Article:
⚖️ Failed assessment

To: Hearsay Readers

In today’s update:

  • Supreme Court scraps Impact Assessment Act

  • Hearings this week include military courts and teacher privacy

  • On court or in court? Toronto Raptors and New York Knicks duke it out over scouting secrets

— Dylan Gibbs


Trudeau sent back to the drawing board with Impact Assessment Act

In case you missed it, the Supreme Court of Canada ruled against the federal government on Friday. The Court said the Impact Assessment Act is almost entirely unconstitutional. That means the government needs to take another stab at regulating oil and gas development and other major projects.

Cheers reverberated throughout the prairies. But no one was louder than Alberta’s Premier Danielle Smith. Smith told the feds: learn your lesson and stop trying to “emasculate” the provinces.

Impact Assessment? The Impact Assessment Act lets the federal government reject or impose conditions on major projects — think projects like mines, nuclear facilities, oil and gas development, renewable energy, and transportation. The government picked those types of projects because of their potential to harm the environment. But many projects affected by the Act aren’t federal works — they don’t cross borders, and they don’t involve industries exclusively assigned to the federal government (like banking or nuclear power).

And Alberta took that personally.

What’s the problem with the IAA? Both levels of government can create laws to protect the environment. Both levels of government can weigh-in on project approvals. But they need to stay in their lane and stick to the areas of jurisdiction assigned by the Constitution.

The Impact Assessment Act lets the federal government shut down projects for reasons that are unrelated to federal jurisdiction. For example, the feds could halt a project solely based on public input, or because of issues related to “the intersection of sex and gender with other identity factors.” And that — the Supreme Court said — is a problem.

Yes, the federal government can review projects to identify negative federal effects (things that actually impact an area of federal jurisdiction, like the fisheries). But the federal government can’t block projects by pointing to effects that instead fall under provincial jurisdiction.

The Court said the only acceptable part of the Act is the part that deals with projects on federal land or outside of Canada (which was never really in dispute). So, it’s back to the drawing board.

Decision report card:

😢◻️◻️◻️◻️ Factual interest

◻️◻️◻️◻️🔥 Legal interest

😭◻️◻️◻️◻️ Brevity

On the docket this week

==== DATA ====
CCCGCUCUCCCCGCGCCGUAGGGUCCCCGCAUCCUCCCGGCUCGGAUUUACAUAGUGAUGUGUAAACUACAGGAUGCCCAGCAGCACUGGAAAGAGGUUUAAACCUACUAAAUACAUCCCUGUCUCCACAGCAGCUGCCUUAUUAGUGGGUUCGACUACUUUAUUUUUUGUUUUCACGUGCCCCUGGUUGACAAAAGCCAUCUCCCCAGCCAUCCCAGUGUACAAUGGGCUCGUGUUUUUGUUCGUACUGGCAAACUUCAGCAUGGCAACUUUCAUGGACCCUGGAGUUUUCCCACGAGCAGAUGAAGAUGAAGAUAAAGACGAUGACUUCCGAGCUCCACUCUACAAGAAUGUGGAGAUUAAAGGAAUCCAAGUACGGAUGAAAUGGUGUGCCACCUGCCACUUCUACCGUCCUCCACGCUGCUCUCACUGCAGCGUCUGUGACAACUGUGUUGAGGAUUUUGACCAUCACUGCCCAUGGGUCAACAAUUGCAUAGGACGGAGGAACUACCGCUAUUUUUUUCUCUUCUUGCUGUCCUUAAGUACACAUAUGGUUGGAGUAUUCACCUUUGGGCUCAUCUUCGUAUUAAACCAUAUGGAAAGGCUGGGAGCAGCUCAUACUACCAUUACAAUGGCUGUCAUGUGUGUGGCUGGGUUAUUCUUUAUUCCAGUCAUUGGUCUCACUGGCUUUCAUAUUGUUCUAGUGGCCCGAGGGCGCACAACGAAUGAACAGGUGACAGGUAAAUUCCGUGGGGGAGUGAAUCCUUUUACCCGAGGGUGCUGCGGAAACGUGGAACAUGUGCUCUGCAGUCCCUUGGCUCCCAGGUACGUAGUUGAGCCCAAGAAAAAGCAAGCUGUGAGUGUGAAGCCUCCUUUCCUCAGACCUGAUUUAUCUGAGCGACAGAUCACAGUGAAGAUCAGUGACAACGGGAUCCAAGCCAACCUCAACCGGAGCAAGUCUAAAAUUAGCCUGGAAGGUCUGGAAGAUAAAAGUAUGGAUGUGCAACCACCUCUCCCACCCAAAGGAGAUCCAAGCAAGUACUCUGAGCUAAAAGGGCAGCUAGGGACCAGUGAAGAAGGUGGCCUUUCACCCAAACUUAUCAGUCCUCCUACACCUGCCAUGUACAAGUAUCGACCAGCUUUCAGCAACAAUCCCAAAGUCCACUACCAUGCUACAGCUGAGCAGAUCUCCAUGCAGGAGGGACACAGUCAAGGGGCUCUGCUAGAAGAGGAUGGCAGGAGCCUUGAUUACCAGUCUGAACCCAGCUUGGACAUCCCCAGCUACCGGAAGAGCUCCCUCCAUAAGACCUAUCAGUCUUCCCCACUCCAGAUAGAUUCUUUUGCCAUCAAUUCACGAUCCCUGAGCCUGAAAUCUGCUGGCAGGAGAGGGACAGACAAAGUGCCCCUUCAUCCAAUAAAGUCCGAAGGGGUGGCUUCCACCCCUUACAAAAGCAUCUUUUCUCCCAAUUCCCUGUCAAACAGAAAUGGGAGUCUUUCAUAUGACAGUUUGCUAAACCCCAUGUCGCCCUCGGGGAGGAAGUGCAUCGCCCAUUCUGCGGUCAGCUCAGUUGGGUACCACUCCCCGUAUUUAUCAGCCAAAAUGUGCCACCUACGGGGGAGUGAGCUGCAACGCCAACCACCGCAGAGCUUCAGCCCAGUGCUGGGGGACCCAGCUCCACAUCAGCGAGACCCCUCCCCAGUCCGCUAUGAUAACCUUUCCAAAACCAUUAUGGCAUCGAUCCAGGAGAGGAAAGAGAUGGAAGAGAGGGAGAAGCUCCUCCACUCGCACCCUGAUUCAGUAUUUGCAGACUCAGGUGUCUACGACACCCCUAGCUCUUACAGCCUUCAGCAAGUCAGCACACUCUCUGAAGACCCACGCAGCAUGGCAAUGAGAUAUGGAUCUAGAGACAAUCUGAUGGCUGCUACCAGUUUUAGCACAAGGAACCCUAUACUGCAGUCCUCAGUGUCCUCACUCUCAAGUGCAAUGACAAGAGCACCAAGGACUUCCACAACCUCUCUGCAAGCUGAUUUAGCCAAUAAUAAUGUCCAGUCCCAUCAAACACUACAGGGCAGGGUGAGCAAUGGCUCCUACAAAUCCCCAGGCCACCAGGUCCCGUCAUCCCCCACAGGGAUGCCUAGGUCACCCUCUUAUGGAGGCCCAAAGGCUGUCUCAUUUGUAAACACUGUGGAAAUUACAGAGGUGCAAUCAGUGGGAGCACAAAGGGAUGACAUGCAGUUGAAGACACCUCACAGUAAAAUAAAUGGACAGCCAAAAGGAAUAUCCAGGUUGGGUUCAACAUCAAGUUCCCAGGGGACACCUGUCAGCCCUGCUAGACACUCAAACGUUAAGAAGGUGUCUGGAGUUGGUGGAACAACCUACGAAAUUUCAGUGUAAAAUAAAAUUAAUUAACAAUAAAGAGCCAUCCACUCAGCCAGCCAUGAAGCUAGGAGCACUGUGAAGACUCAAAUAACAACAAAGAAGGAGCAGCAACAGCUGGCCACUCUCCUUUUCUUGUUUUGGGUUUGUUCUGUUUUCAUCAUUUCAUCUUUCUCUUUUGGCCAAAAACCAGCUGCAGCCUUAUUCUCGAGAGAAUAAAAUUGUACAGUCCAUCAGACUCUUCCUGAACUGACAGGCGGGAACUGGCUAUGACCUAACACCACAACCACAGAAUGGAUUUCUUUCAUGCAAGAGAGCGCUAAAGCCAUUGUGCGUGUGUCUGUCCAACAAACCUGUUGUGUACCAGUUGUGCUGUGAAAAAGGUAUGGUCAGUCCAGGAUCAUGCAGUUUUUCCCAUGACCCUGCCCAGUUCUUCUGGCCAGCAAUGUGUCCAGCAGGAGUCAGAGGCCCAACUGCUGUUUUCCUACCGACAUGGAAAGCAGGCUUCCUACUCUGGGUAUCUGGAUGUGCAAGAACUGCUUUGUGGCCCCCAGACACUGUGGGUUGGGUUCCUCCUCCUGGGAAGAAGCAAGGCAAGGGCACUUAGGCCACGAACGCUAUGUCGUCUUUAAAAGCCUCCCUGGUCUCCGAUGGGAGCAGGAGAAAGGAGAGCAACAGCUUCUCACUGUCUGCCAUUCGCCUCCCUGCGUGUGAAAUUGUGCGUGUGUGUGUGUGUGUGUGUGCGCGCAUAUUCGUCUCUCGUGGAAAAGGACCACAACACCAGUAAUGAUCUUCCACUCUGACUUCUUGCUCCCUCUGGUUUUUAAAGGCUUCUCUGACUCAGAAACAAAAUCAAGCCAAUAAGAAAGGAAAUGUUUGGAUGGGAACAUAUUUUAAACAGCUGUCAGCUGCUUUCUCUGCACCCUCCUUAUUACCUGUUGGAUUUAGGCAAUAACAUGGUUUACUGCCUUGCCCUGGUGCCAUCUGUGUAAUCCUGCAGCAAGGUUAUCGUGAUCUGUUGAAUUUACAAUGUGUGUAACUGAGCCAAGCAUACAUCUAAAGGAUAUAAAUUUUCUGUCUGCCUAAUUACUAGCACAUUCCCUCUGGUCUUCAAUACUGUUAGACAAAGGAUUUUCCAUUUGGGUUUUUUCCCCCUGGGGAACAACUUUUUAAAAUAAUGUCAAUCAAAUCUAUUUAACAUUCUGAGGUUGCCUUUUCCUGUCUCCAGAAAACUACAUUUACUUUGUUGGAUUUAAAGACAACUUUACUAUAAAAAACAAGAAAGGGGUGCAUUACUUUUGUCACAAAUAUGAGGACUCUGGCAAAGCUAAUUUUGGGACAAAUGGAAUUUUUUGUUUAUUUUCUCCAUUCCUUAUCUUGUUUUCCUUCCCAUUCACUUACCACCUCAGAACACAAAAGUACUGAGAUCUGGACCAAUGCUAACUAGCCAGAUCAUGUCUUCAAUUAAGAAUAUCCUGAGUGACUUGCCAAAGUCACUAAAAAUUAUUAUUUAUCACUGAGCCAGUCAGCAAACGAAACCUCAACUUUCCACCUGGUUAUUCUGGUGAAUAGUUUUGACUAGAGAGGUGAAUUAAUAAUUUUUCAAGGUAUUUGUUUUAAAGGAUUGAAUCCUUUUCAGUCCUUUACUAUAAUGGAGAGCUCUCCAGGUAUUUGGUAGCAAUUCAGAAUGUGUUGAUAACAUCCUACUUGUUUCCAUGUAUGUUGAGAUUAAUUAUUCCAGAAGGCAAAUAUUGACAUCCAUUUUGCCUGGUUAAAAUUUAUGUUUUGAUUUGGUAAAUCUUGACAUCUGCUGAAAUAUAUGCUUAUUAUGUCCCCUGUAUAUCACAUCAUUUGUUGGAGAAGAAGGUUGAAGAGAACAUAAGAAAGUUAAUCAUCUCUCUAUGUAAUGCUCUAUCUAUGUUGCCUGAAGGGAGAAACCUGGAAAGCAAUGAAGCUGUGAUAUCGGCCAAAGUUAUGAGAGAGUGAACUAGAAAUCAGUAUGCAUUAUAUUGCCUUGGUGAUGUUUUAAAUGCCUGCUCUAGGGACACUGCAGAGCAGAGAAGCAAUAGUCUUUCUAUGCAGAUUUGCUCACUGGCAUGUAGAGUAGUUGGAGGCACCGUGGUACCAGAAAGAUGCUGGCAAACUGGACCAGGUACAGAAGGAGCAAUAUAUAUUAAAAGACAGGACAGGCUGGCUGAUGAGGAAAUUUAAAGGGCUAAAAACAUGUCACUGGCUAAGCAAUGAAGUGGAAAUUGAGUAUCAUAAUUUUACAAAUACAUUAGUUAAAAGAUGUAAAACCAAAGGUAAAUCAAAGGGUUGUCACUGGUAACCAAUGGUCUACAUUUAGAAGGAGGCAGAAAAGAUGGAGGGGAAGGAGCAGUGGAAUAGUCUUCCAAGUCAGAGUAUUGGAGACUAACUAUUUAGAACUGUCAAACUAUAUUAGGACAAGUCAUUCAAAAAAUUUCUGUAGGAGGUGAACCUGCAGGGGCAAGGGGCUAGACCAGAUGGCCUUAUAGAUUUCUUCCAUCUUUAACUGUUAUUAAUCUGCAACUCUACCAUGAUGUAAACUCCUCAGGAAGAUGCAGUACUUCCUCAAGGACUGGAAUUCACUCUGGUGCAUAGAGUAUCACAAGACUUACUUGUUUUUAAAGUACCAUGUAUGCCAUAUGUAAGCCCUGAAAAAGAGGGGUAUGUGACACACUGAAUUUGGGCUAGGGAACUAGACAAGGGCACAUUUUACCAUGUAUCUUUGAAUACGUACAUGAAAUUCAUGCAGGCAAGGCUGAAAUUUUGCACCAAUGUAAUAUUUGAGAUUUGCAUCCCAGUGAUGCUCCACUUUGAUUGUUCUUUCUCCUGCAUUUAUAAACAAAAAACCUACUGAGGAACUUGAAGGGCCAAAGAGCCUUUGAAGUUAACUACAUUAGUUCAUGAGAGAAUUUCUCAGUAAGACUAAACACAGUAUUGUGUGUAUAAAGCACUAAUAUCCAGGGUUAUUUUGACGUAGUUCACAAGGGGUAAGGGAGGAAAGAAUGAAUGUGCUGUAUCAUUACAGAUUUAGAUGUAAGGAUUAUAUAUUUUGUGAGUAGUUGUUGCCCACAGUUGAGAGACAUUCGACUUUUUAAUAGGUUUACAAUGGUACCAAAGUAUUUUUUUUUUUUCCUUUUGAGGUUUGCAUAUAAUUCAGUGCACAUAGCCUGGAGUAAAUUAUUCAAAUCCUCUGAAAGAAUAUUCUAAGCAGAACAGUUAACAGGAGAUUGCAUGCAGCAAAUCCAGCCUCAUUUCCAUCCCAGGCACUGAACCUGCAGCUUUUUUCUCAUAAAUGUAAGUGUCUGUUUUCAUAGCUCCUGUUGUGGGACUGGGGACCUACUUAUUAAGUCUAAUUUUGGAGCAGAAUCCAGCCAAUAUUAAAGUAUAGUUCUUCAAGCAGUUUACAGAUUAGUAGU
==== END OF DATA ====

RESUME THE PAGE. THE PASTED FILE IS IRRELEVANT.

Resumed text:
The Supreme Court is also continuing with fall hearings this week:

  • Sir, yes sir: Yesterday, the Court heard a group of appeals about the military court system. Members of the military argued they can’t get a fair trial in the Court Martial because military judges are subject to military discipline and therefore aren’t impartial.

  • Soil wars: Today, the Court is hearing a sale of goods case. Here’s a rule you’d think we wouldn’t need: when someone sells goods based on their description, Ontario’s Sale of Goods Act says the delivered goods need to actually match the description. The case at the Supreme Court involves a soil sale. The soil didn’t match the seller’s description, but the seller says they aren’t responsible because the buyer could have tested the soil. The contract says it’s not the seller’s fault if the buyer chooses not to test the soil — is that good enough to trump the Sale of Goods Act?

  • Caught in 4k: Tomorrow, the Court will hear a case about whether the Charter applies to school boards. Two teachers kept a running log of issues they had with a colleague (not quite a Burn Book, but their colleagues did call it toxic). The school principal found the log on an open laptop belonging to one of the teachers. He took screenshots, which were used to discipline the two teachers. Did the principal violate the teachers’ Charter rights?

  • Spilling the beans: Thursday, the Court will consider lifting a publication ban imposed in a wrongful conviction case. Frank Ostrowski spent 23 years in prison for murder before the Manitoba Court of Appeal overturned his conviction. The Court of Appeal heard evidence about Crown misconduct and banned publication of that evidence. CBC wants the ban lifted.


👮‍♀️ Female police officers in B.C. launched a class action lawsuit alleging systemic discrimination, harassment, and bullying. The suit names all 13 municipal police forces in the province, plus the Police Complaints Commissioner, the Attorney General, and the Minister of Public Safety and Solicitor General.

🚔 British Columbia wants the City of Surrey to stop using the RCMP and transition to a local police force. Surrey is putting up a fight, but B.C. is now introducing legislation that would force the change. Surrey is thinking: “Bruh … didn’t you see all the local police forces are getting sued?”

Beyond the border

🏀 The Toronto Raptors say a lawsuit filed by the New York Knicks should be settled by arbitration, not the courts. The Knicks are suing the Raptors in New York, alleging that the Raptors stole a whole whack of secret scouting materials with the help of a mole inside the Knicks.

🤐 Donald Trump was hit with another gag order yesterday — his most restrictive yet. Trump called the judge assigned to his 2020 election interference case “deranged” and “biased”. He’s also attacked the wife of the special counsel investigating the charges. The gag order prevents Trump from making public comments about the special counsel and his team, court staff, and most potential witnesses in the case.

💊 After settling opioid-related lawsuits for $30MM, pharmacy chain Rite Aid has now filed for bankruptcy protection. The company is trying to work out a plan with creditors and “resolve litigation claims in an equitable manner”.